When an ugly Christmas sweater empire needed to expand this year, they decided to take a decidedly different approach. They had applicants submit videos of their dance moves.
“We found a lot of great people that way,” said Jeremy Turner, owner of the Ugly Christmas Sweater Shop.
By now, you have surely heard of ugly Christmas sweaters. And “heard” is the word, because they tend to be loud. They jingle and shimmer, radiant with Christmas joy.
It makes sense that Turner is the guy who sells them. He’s gangly and energetic, seemingly always decked out in a hideous green Santa sweater.
“I love Christmas,” he said. “I’m into authentic sweaters. These were never intended to be ugly, they were intended to be pretty.”
He started his shop in Dallas a few years ago, gathering vintage sweaters in one place for sale and rent. Now, he has an inventory of more than 10,000 vintage sweaters, many of them one-of-a-kind.
This year, he decided to open new pop-up shops in Frisco and in Fort Worth, and quickly needed a lot more help.
“We need to look for people who are a little hyper, just crazy about Christmas,” Turner said.
So instead of a typical application process, he asked people to send in videos explaining why they wanted the job and also to show off their dance moves.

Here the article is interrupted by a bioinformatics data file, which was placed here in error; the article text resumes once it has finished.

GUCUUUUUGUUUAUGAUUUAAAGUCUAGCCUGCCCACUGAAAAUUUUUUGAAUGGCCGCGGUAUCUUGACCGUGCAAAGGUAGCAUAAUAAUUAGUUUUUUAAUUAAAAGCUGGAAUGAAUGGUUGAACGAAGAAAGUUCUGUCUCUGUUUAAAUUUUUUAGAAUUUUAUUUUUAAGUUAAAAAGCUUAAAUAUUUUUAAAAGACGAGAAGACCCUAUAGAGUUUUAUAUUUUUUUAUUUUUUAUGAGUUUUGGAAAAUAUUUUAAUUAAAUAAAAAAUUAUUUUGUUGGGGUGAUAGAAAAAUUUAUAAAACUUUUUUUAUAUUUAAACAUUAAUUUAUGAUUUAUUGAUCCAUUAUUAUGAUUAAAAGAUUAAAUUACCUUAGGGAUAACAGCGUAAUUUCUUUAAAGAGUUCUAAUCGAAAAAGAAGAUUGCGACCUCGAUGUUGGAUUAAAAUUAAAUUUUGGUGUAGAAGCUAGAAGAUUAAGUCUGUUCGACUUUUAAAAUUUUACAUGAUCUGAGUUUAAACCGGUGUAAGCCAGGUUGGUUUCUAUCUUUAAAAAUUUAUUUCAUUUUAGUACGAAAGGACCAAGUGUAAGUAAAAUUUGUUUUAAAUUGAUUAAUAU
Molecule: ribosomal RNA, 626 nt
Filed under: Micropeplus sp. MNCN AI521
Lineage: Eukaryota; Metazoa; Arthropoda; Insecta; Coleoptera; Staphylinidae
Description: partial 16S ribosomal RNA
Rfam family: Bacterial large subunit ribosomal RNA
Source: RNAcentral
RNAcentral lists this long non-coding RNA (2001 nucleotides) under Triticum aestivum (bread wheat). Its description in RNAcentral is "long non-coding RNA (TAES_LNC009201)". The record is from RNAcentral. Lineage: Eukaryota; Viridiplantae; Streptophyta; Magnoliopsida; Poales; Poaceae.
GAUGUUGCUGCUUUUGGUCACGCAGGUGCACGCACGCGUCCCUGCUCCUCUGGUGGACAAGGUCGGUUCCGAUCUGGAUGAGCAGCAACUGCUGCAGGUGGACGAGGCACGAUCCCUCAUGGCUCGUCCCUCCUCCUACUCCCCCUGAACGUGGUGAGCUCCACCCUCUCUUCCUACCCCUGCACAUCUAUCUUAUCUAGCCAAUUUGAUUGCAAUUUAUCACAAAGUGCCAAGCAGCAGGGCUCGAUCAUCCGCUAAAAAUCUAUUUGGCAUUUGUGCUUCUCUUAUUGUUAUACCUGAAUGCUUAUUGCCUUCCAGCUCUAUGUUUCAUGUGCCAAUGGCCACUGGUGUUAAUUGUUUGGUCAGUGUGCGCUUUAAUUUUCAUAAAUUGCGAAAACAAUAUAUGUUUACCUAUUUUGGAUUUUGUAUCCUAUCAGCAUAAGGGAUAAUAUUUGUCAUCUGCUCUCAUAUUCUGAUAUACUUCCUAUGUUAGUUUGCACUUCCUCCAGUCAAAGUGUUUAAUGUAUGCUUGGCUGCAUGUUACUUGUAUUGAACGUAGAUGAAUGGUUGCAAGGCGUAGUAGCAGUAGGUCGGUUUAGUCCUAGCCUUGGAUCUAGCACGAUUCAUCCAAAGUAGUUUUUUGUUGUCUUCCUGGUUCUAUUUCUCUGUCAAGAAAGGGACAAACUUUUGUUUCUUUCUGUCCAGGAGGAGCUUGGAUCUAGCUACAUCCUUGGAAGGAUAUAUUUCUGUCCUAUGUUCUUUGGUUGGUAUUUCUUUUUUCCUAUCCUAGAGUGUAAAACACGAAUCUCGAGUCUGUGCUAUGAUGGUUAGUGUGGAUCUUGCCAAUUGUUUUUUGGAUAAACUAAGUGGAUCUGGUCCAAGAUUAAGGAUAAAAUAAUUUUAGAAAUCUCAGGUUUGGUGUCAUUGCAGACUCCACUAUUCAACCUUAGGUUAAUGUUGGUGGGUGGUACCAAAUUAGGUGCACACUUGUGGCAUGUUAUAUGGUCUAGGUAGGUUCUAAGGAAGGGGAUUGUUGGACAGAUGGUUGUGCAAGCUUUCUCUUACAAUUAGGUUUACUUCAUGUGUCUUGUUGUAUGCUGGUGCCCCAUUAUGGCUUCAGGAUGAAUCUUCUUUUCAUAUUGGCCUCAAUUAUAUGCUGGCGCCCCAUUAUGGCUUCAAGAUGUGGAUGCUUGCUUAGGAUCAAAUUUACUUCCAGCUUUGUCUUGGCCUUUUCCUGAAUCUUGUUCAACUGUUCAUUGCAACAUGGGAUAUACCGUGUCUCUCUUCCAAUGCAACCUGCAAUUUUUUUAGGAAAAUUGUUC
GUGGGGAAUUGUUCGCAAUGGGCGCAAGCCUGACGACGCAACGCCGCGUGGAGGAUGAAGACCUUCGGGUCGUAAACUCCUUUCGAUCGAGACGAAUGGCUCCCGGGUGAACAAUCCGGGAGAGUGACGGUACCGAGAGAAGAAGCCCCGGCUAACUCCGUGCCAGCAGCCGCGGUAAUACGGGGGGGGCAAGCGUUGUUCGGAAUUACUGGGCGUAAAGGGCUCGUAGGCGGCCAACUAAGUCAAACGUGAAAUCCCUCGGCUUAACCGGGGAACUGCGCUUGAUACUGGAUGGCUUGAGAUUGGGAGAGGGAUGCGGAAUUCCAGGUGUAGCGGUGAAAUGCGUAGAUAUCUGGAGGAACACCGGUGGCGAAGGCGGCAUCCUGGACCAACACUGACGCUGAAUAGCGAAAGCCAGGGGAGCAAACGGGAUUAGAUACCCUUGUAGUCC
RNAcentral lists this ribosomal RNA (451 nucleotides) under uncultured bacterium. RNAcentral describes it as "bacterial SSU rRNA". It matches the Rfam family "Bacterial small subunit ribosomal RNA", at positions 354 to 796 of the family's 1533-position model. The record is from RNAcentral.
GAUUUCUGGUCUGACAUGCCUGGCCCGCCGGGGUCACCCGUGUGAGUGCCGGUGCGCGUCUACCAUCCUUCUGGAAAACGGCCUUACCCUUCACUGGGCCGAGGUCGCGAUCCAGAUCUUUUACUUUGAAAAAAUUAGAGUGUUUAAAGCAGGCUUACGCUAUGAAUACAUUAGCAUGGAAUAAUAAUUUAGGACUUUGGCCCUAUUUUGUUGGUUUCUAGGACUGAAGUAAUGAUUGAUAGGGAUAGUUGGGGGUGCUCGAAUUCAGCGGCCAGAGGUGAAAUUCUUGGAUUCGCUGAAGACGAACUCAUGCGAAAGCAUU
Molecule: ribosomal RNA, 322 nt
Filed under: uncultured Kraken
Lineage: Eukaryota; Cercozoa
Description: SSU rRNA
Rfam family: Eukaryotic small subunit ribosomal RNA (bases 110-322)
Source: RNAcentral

“All you had to do was dance,” he said. “It showed us you were willing to have fun.”
They received dozens of videos for the open positions. Many were from students looking for part-time work, and there was even one from a retired teacher who was quickly offered the job after she danced and recited a poem explaining her qualifications.
“When he stopped laughing, he said, ‘You’re hired!’” recalled Diane McCusker, 69.
Ugly sweaters are a perfect fit for McCusker. She said when she left teaching after 45 years, something was missing.
“I don’t have kids to make me Christmasy. I’m not going into work everyday,” she said. “So what a great way to interact with all of these people.”
Now she embodies the Christmas spirit when she’s in the store. She even wears her ugly sweaters to church on Sunday to spread the word, hoping more customers will come in so she can help them find the best -- or the worst, depending on how you see it. She hopes to keep doing it every year.
“I’ll be selling sweaters on a walker,” she joked.
Whether it’s a sweater or a person, there’s beauty in finding a new purpose. There’s nothing ugly about that.